Living up to its namesake, most banana pudding recipes do call for some variety of pudding or pudding mixture.
But what is in a name? There are many great banana pudding recipes that don't call for pudding at all, and instead use custard.
Both pudding and custard have a similar flavor profile, so both work well in banana pudding. The main way that pudding and custard differ is in how they are thickened.
Custard is thickened by cooking eggs into sweetened cream at a gentle heat, usually a double-boiler or bain-marie. Pudding, on the other hand, is thickened by cooking starch into sweetened cream, usually on the stovetop at low heat.
One other difference between these two is that custard is generally a little thicker than pudding. This is why banana pudding recipes that use pudding often mix it with whipped cream, cream cheese, or some other, thicker ingredient.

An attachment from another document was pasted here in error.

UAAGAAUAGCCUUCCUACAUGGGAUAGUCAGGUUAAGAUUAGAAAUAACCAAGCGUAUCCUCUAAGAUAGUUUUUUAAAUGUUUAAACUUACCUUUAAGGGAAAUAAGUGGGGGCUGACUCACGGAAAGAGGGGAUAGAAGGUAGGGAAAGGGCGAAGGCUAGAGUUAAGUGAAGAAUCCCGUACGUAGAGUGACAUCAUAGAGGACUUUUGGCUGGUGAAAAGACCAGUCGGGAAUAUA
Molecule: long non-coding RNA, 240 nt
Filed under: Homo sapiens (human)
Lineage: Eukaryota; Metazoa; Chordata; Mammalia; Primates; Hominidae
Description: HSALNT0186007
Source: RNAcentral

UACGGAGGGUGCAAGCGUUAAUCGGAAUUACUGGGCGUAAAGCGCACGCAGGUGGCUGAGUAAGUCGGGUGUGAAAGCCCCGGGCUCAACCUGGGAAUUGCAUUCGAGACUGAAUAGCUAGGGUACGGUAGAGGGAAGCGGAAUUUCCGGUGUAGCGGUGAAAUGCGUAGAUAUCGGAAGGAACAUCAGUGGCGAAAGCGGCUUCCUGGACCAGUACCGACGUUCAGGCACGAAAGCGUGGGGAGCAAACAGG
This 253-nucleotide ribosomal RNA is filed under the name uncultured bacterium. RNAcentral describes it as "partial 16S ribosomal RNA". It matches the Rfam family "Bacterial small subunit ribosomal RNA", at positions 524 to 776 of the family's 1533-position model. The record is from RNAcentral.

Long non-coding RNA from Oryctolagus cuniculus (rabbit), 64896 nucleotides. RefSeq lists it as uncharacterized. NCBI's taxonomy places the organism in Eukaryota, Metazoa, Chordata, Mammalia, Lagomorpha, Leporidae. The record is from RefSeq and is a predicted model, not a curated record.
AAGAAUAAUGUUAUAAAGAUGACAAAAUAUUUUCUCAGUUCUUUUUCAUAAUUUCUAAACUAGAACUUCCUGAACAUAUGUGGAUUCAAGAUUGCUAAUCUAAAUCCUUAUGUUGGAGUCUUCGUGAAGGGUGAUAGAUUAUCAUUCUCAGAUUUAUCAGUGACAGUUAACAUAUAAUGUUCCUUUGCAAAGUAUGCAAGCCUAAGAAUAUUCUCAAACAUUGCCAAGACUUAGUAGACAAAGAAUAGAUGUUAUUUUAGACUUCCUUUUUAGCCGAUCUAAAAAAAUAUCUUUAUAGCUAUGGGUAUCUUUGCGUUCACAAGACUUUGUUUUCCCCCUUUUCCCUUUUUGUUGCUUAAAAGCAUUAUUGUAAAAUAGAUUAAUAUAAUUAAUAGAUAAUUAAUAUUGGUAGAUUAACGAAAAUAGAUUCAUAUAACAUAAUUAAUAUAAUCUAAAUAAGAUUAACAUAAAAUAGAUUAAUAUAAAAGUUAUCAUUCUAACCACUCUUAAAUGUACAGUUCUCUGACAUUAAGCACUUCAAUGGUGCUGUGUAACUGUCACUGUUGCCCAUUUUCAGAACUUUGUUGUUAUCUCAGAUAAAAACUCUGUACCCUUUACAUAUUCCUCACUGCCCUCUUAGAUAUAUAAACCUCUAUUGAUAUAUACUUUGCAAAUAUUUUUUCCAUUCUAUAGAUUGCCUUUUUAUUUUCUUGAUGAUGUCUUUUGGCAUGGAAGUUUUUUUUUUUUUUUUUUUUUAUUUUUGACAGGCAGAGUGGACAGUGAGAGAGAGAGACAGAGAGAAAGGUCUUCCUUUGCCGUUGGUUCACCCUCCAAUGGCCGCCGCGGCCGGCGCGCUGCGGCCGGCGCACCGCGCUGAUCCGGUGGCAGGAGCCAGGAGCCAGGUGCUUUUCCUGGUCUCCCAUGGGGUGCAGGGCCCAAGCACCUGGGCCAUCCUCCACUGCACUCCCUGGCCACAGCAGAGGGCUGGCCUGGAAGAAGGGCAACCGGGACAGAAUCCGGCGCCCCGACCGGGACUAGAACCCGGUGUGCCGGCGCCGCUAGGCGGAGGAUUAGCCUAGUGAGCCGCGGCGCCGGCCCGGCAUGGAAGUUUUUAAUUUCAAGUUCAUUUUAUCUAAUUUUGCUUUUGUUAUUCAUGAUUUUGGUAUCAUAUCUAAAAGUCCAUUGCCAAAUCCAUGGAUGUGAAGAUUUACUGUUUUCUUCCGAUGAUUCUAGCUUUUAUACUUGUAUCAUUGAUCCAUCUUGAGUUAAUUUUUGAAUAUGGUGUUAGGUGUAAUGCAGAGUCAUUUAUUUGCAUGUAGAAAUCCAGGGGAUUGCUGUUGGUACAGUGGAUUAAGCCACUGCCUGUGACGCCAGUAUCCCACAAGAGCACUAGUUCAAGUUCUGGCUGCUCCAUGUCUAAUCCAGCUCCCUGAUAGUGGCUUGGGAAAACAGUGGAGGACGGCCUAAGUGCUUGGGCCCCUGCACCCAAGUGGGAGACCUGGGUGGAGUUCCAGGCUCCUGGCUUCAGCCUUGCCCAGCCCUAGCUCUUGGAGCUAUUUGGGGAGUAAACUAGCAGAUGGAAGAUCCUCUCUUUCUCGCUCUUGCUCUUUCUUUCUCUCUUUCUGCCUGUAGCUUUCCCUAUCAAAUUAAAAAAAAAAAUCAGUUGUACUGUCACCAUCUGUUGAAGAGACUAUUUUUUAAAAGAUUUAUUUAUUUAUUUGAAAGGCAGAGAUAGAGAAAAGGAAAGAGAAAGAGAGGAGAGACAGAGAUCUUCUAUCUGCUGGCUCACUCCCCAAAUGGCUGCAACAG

If you find that your banana pudding is overly watery, you may want to try a custard-based banana pudding instead, such as this recipe from Southern Food and Fun.
How to layer banana pudding in a trifle dish
Banana pudding has a few qualities that make it especially popular for large gatherings. Two of these would be that it's relatively easy to make a large portion of it and the layers look lovely enough to be the centerpiece of a dessert spread.
This is especially true if you build your banana pudding in a trifle dish, like the one below.
While the layers that will appear as you put your banana pudding together will be lovely all on their own, there are some ways to up the aesthetic ante.
One way is to add layers of banana slices and cookies facing outward on the glass. You can see this method in the video below from Preppy Kitchen. The video shows a full banana pudding recipe, but the layering begins at 4:28.
How long do you let banana pudding sit?
Banana pudding is traditionally served chilled. Because of this, it's best made ahead of time and kept in the refrigerator until serving.
Generally speaking, you'll want to chill your banana pudding for at least three hours before serving it.